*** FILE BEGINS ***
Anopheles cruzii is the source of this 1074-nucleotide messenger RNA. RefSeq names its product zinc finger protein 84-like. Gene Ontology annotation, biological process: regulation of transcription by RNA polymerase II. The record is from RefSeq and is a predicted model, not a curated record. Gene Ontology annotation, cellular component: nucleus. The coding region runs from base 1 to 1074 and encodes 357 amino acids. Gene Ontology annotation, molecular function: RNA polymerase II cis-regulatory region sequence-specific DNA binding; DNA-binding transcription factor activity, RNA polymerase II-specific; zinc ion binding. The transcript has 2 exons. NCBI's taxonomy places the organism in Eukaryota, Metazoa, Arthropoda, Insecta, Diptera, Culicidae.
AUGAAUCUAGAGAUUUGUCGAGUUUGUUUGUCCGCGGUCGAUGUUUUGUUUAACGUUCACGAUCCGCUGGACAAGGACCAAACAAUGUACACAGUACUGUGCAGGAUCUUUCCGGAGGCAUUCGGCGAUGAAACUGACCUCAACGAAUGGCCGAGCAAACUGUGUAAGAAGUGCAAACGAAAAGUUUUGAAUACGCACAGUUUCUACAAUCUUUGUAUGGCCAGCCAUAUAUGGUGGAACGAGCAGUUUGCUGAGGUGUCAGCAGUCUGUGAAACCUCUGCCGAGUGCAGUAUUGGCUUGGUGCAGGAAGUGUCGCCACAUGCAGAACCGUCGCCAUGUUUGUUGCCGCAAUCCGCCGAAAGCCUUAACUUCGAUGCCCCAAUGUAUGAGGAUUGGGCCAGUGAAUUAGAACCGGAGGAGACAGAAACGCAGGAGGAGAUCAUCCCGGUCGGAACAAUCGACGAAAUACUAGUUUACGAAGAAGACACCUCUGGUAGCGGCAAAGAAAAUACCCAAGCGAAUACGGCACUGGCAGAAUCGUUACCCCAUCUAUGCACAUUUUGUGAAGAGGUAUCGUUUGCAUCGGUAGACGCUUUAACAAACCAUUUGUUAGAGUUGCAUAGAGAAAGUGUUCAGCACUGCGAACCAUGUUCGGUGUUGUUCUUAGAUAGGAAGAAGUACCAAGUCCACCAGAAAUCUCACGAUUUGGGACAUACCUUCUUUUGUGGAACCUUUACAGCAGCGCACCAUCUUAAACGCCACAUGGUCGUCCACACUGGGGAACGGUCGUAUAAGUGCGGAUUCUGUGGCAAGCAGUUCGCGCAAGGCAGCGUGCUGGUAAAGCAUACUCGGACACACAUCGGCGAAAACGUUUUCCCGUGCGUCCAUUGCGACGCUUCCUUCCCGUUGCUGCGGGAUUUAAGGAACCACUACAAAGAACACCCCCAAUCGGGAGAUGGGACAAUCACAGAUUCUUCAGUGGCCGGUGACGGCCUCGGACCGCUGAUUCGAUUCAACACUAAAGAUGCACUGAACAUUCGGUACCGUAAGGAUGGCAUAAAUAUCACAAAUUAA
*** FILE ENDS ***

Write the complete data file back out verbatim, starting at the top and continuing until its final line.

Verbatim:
Anopheles cruzii is the source of this 1074-nucleotide messenger RNA. RefSeq names its product zinc finger protein 84-like. Gene Ontology annotation, biological process: regulation of transcription by RNA polymerase II. The record is from RefSeq and is a predicted model, not a curated record. Gene Ontology annotation, cellular component: nucleus. The coding region runs from base 1 to 1074 and encodes 357 amino acids. Gene Ontology annotation, molecular function: RNA polymerase II cis-regulatory region sequence-specific DNA binding; DNA-binding transcription factor activity, RNA polymerase II-specific; zinc ion binding. The transcript has 2 exons. NCBI's taxonomy places the organism in Eukaryota, Metazoa, Arthropoda, Insecta, Diptera, Culicidae.
AUGAAUCUAGAGAUUUGUCGAGUUUGUUUGUCCGCGGUCGAUGUUUUGUUUAACGUUCACGAUCCGCUGGACAAGGACCAAACAAUGUACACAGUACUGUGCAGGAUCUUUCCGGAGGCAUUCGGCGAUGAAACUGACCUCAACGAAUGGCCGAGCAAACUGUGUAAGAAGUGCAAACGAAAAGUUUUGAAUACGCACAGUUUCUACAAUCUUUGUAUGGCCAGCCAUAUAUGGUGGAACGAGCAGUUUGCUGAGGUGUCAGCAGUCUGUGAAACCUCUGCCGAGUGCAGUAUUGGCUUGGUGCAGGAAGUGUCGCCACAUGCAGAACCGUCGCCAUGUUUGUUGCCGCAAUCCGCCGAAAGCCUUAACUUCGAUGCCCCAAUGUAUGAGGAUUGGGCCAGUGAAUUAGAACCGGAGGAGACAGAAACGCAGGAGGAGAUCAUCCCGGUCGGAACAAUCGACGAAAUACUAGUUUACGAAGAAGACACCUCUGGUAGCGGCAAAGAAAAUACCCAAGCGAAUACGGCACUGGCAGAAUCGUUACCCCAUCUAUGCACAUUUUGUGAAGAGGUAUCGUUUGCAUCGGUAGACGCUUUAACAAACCAUUUGUUAGAGUUGCAUAGAGAAAGUGUUCAGCACUGCGAACCAUGUUCGGUGUUGUUCUUAGAUAGGAAGAAGUACCAAGUCCACCAGAAAUCUCACGAUUUGGGACAUACCUUCUUUUGUGGAACCUUUACAGCAGCGCACCAUCUUAAACGCCACAUGGUCGUCCACACUGGGGAACGGUCGUAUAAGUGCGGAUUCUGUGGCAAGCAGUUCGCGCAAGGCAGCGUGCUGGUAAAGCAUACUCGGACACACAUCGGCGAAAACGUUUUCCCGUGCGUCCAUUGCGACGCUUCCUUCCCGUUGCUGCGGGAUUUAAGGAACCACUACAAAGAACACCCCCAAUCGGGAGAUGGGACAAUCACAGAUUCUUCAGUGGCCGGUGACGGCCUCGGACCGCUGAUUCGAUUCAACACUAAAGAUGCACUGAACAUUCGGUACCGUAAGGAUGGCAUAAAUAUCACAAAUUAA